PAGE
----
Are you a big-time college football prospect waiting to be “discovered” by UGA or Georgia Tech?
If so, it could happen this weekend. UGA has its “Dawg Night” prospect camp on Friday, while Georgia Tech will play host to “Yellow Jacket Football Camp” on Friday and Saturday.
Both colleges also had camps last month, with each “discovering” players that earned football scholarship offers.
Rico Johnson, a wide receiver from Swainsboro High School, committed on the spot to UGA after being offered at Mark Richt Camp. At Georgia Tech, Florida defensive back John Marvin committed to the Yellow Jackets a couple of weeks after a camp offer.
“You do learn a lot about a kid at these camps, and how he’ll compete,” Richt said. “You know, there’s going to be the Michael Bennetts of the world. He shows up, he kind of matches up with some of the best DB’s on our recruiting board, and he has a field day, you know? It was like ‘This guy is a player, and we’ve got to get this guy.’
“So there’s still some guys that will pop up and get on the radar that maybe didn’t have an offer going into camp. But a lot of them have been offered by us already. Another thing, too, is that you just don’t have upcoming seniors at these camps. You’ve got juniors and sophomores. You get to see a lot of you talent, too, that will allow you to put them on your recruiting board early.”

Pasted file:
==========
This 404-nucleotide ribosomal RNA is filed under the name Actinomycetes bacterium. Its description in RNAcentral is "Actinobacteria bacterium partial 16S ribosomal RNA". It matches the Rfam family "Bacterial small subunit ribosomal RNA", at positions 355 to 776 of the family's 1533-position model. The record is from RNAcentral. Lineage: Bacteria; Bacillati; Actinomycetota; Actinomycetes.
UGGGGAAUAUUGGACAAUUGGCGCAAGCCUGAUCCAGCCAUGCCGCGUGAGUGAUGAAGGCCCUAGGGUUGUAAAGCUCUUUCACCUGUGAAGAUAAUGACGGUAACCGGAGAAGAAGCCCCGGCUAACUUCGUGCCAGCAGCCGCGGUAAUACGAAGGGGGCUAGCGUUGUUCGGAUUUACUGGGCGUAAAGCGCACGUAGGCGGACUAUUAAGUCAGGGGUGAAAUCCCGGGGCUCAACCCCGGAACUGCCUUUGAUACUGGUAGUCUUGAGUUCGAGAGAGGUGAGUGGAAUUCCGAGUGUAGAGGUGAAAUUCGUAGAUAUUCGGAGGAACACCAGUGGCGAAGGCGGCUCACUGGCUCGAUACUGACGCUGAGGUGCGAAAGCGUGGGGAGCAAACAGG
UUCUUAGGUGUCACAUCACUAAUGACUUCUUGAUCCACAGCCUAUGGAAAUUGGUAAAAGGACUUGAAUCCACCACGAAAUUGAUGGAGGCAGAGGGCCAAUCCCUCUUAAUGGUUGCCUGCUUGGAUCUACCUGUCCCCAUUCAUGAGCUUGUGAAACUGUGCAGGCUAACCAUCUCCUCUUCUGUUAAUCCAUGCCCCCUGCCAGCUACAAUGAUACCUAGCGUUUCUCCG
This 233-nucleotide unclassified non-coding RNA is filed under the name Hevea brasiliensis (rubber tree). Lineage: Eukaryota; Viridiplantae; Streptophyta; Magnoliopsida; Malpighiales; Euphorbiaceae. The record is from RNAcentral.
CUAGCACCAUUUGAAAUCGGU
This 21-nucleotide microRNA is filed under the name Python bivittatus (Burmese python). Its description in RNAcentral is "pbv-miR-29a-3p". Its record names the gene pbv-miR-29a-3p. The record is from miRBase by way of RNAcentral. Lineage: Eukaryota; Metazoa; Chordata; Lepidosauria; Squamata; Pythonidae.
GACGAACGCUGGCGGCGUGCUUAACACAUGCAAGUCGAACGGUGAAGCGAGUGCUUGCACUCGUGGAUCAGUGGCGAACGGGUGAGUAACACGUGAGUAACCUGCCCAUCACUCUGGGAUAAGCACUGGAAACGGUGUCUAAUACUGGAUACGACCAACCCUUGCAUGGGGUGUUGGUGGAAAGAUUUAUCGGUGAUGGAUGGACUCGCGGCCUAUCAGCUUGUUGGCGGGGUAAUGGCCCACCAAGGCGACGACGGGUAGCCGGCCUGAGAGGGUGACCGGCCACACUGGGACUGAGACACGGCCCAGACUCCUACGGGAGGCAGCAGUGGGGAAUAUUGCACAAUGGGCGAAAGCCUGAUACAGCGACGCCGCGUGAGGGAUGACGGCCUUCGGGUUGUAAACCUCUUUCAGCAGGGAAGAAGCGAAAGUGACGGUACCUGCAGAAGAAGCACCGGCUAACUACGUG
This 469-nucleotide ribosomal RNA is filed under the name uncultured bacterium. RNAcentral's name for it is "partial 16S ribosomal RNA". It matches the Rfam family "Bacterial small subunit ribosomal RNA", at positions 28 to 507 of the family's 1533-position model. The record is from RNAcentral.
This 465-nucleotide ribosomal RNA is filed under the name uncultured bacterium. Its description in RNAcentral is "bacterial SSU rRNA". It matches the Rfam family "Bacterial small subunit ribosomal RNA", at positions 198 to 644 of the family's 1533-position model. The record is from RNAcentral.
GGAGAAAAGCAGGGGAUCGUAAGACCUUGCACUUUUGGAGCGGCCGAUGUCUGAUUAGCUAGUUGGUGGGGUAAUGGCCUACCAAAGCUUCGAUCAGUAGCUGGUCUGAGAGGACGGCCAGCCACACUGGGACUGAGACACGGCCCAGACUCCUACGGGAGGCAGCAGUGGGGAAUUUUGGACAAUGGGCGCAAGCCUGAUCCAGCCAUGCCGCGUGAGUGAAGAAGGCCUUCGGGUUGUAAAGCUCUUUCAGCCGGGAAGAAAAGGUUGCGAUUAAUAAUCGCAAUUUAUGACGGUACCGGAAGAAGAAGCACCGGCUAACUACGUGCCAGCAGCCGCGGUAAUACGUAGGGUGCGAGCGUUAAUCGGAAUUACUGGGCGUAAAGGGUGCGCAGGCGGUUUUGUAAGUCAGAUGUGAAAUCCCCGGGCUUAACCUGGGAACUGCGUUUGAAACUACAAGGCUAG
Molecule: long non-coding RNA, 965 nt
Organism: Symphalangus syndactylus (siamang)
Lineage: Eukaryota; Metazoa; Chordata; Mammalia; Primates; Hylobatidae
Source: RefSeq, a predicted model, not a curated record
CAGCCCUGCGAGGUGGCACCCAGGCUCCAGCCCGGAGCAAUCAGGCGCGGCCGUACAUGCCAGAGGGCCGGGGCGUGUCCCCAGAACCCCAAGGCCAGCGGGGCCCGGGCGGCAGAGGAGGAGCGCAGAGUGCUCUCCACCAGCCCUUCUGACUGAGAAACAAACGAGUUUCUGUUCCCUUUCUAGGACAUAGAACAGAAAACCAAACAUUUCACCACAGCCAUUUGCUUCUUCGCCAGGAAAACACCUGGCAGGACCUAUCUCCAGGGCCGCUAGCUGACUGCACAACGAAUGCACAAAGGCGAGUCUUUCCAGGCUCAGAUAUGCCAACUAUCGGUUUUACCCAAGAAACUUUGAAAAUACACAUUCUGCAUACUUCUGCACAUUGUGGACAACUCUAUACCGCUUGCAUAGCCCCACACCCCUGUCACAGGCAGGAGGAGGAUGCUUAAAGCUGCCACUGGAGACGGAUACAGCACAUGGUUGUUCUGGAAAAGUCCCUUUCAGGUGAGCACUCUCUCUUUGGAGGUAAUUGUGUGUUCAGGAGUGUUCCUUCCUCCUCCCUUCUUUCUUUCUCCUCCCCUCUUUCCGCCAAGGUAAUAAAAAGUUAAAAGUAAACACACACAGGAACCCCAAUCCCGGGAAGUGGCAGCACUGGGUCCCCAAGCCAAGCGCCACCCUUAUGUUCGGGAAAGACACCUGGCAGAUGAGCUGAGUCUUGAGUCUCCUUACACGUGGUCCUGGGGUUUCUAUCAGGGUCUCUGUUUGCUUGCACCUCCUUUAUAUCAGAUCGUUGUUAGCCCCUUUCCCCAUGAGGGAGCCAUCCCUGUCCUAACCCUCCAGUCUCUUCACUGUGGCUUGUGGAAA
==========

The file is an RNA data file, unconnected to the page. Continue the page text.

Richt also mentioned Clint Boling and Ben Jones as prospects who won camp offers.
Times are changing in the recruiting world. It was 7-8 years ago that many of the state’s top rising seniors would either earn or solidify a football scholarship offer on the summer circuit. Nowadays, with colleges forced to offer scholarships earlier and earlier to gain inside position against competing schools, many top prospects already have offers by the spring of their junior season. In other words, they already hold offers before the summer.
However, Dawg Night and Yellow Jacket Football Camps are still extremely valuable because colleges can evaluate promising underclassmen, too.
“No doubt about that, I think Junior Days are going to turn into Sophomore Days,” Richt said. “By the time these guys are upcoming seniors, we’ll consider it a Junior Day. But you get to the point now where those guys need more one-on-one attention and have unofficial visits where it’s just them. The group settings are going to be catered more to the guy who is going to be a high school junior or sophomore.”
What do you think? Did you like the old days when many rising seniors had to earn offers at camp? Or do you like the way things have evolved with earlier offers?
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– By Michael Carvell, AJC Recruiting Blog
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